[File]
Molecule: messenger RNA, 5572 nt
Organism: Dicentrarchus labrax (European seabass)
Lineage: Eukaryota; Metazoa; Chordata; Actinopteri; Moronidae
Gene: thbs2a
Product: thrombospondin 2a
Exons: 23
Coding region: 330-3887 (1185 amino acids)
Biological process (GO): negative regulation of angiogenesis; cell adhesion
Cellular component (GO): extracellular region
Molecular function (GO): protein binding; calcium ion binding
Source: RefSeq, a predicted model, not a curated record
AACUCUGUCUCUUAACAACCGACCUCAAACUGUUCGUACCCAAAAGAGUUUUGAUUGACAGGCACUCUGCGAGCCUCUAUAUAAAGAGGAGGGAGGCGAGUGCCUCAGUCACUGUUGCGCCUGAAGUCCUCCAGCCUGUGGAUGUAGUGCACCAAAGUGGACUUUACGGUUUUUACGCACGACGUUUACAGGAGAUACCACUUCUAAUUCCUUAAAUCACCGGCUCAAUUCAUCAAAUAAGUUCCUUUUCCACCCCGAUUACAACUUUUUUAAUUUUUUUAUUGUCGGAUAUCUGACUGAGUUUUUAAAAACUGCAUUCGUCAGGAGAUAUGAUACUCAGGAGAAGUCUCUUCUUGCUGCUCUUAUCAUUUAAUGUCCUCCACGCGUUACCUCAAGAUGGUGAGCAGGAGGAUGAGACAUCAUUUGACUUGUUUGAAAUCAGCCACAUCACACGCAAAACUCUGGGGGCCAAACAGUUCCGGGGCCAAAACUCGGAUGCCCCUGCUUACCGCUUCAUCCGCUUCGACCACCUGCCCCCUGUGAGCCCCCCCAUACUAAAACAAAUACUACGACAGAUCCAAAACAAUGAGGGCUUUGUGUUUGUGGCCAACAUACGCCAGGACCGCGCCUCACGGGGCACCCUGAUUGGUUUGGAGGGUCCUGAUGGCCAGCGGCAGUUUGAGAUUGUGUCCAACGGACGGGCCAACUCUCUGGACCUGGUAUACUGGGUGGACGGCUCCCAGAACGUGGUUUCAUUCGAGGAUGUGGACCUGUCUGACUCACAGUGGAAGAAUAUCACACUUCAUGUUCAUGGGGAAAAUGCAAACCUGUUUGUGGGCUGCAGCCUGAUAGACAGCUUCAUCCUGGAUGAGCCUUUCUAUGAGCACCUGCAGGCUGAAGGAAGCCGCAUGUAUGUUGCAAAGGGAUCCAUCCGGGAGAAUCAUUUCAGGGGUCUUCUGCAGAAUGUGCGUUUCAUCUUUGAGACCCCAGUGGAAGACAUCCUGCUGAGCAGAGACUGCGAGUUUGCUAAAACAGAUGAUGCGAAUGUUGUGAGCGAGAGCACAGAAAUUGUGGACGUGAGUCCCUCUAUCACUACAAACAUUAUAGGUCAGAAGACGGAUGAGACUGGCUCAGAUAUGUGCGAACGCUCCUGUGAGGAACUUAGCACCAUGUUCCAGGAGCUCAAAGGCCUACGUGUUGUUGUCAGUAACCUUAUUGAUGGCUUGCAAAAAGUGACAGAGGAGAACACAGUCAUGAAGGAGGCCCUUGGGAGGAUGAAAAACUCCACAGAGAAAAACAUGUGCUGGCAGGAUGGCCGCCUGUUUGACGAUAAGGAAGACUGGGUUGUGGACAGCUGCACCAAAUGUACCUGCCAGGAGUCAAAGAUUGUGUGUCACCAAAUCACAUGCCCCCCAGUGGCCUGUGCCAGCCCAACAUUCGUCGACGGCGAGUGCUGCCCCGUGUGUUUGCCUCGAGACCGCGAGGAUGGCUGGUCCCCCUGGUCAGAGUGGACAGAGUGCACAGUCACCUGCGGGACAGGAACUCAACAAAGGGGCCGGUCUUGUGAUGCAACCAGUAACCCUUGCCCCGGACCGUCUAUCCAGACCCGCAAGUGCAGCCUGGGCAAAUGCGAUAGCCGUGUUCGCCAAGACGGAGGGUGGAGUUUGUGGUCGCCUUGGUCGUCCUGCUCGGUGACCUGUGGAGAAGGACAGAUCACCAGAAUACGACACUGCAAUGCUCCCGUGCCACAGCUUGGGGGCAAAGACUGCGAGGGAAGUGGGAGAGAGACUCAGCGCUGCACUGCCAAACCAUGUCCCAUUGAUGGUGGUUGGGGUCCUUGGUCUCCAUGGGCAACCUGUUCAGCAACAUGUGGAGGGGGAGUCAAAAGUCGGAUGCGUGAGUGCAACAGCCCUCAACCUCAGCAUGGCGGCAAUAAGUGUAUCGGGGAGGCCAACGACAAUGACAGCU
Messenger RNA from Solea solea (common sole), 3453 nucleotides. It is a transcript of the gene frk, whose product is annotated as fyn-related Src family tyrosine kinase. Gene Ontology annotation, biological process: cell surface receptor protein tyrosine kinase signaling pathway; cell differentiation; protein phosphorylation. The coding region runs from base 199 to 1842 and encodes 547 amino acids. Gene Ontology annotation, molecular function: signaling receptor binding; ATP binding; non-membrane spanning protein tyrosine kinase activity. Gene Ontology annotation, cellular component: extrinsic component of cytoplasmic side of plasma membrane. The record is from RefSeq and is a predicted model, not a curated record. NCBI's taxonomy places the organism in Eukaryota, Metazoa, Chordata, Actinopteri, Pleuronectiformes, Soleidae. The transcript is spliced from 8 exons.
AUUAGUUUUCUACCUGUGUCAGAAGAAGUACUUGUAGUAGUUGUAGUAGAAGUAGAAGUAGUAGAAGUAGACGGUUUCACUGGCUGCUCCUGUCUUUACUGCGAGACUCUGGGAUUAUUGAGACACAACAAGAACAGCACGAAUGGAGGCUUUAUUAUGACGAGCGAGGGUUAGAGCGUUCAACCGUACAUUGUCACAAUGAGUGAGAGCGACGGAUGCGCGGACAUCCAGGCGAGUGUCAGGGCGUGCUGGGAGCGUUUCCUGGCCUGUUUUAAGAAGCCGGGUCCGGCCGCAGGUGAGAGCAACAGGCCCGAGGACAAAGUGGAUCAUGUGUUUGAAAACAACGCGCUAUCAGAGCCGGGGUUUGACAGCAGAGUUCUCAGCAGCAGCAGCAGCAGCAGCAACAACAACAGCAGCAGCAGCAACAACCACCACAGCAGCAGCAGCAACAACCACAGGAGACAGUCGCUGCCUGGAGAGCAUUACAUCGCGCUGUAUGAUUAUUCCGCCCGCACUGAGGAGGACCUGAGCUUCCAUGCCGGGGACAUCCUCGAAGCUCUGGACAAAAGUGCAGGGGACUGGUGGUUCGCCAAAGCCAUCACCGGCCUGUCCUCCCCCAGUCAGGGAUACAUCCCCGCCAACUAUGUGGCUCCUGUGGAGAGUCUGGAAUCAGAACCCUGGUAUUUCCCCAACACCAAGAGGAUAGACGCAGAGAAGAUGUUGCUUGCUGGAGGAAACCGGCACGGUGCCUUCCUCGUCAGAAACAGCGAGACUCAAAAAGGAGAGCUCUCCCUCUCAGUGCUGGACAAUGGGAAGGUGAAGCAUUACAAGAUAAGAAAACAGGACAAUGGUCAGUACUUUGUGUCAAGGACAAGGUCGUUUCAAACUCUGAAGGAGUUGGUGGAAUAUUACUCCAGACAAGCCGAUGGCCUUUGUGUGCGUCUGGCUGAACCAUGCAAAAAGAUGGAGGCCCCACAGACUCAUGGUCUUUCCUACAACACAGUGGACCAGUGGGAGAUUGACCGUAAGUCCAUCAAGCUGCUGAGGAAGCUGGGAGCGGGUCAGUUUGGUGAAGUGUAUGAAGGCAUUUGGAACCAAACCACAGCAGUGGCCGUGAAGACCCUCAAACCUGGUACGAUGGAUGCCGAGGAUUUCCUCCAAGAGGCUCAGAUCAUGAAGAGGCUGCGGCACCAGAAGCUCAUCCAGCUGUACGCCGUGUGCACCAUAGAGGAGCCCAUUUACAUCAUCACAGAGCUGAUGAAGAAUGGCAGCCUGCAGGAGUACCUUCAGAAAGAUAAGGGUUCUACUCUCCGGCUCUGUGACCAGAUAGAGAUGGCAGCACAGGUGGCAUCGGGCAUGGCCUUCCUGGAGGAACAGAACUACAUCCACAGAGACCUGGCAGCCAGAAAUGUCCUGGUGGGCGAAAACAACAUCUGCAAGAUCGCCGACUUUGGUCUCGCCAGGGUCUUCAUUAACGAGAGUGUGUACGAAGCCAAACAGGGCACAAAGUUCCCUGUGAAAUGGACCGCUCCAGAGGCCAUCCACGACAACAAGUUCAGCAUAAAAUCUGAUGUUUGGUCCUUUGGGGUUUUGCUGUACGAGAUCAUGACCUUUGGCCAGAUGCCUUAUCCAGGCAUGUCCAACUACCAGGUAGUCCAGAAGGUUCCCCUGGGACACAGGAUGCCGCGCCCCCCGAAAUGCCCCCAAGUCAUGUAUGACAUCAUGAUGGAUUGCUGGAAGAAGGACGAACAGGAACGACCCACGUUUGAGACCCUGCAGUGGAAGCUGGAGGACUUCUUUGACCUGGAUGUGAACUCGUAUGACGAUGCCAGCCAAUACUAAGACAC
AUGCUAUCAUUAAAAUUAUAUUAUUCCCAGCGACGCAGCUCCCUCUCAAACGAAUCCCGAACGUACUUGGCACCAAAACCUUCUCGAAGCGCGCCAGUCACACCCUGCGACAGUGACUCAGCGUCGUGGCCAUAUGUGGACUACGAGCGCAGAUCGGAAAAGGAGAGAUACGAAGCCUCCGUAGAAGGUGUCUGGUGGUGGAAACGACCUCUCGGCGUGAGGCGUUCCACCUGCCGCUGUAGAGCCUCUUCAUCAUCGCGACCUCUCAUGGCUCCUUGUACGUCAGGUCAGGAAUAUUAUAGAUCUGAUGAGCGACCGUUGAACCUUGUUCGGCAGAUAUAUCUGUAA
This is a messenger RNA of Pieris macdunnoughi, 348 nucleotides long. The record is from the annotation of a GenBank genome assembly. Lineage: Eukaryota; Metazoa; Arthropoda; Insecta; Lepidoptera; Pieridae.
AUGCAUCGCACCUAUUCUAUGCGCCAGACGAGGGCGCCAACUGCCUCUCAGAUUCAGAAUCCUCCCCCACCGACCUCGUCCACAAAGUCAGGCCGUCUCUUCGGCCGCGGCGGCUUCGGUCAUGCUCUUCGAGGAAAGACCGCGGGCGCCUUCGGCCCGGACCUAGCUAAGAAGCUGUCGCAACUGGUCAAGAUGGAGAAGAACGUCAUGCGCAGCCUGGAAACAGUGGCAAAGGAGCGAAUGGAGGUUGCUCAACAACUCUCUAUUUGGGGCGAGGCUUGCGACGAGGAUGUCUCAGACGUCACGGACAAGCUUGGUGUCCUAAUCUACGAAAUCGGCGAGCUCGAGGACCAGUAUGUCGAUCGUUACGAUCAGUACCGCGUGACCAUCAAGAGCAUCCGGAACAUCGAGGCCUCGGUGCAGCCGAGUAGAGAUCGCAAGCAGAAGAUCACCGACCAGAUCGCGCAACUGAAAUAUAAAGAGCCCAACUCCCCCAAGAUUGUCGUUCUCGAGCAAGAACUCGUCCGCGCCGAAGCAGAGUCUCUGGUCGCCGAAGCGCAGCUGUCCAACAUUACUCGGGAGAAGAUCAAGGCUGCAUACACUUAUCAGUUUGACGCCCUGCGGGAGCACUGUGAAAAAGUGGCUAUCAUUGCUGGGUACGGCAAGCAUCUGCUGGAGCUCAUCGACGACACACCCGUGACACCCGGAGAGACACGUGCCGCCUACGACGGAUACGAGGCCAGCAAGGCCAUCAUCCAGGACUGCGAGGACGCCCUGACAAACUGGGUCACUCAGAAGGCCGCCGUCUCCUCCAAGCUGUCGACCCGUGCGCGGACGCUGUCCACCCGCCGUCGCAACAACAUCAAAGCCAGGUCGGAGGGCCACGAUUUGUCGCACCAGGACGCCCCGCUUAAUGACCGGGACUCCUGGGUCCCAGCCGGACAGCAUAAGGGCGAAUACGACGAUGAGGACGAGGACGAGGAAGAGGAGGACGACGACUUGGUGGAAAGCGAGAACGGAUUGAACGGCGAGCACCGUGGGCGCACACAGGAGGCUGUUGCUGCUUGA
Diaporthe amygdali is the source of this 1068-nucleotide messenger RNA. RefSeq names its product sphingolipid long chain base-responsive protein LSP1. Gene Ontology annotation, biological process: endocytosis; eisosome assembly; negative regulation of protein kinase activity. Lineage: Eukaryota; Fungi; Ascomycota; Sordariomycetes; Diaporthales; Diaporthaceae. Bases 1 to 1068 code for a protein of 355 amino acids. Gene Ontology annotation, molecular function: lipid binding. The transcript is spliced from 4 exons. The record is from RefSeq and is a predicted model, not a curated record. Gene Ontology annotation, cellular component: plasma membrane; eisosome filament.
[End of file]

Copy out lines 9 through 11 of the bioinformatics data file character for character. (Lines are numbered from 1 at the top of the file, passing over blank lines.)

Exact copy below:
Cellular component (GO): extracellular region
Molecular function (GO): protein binding; calcium ion binding
Source: RefSeq, a predicted model, not a curated record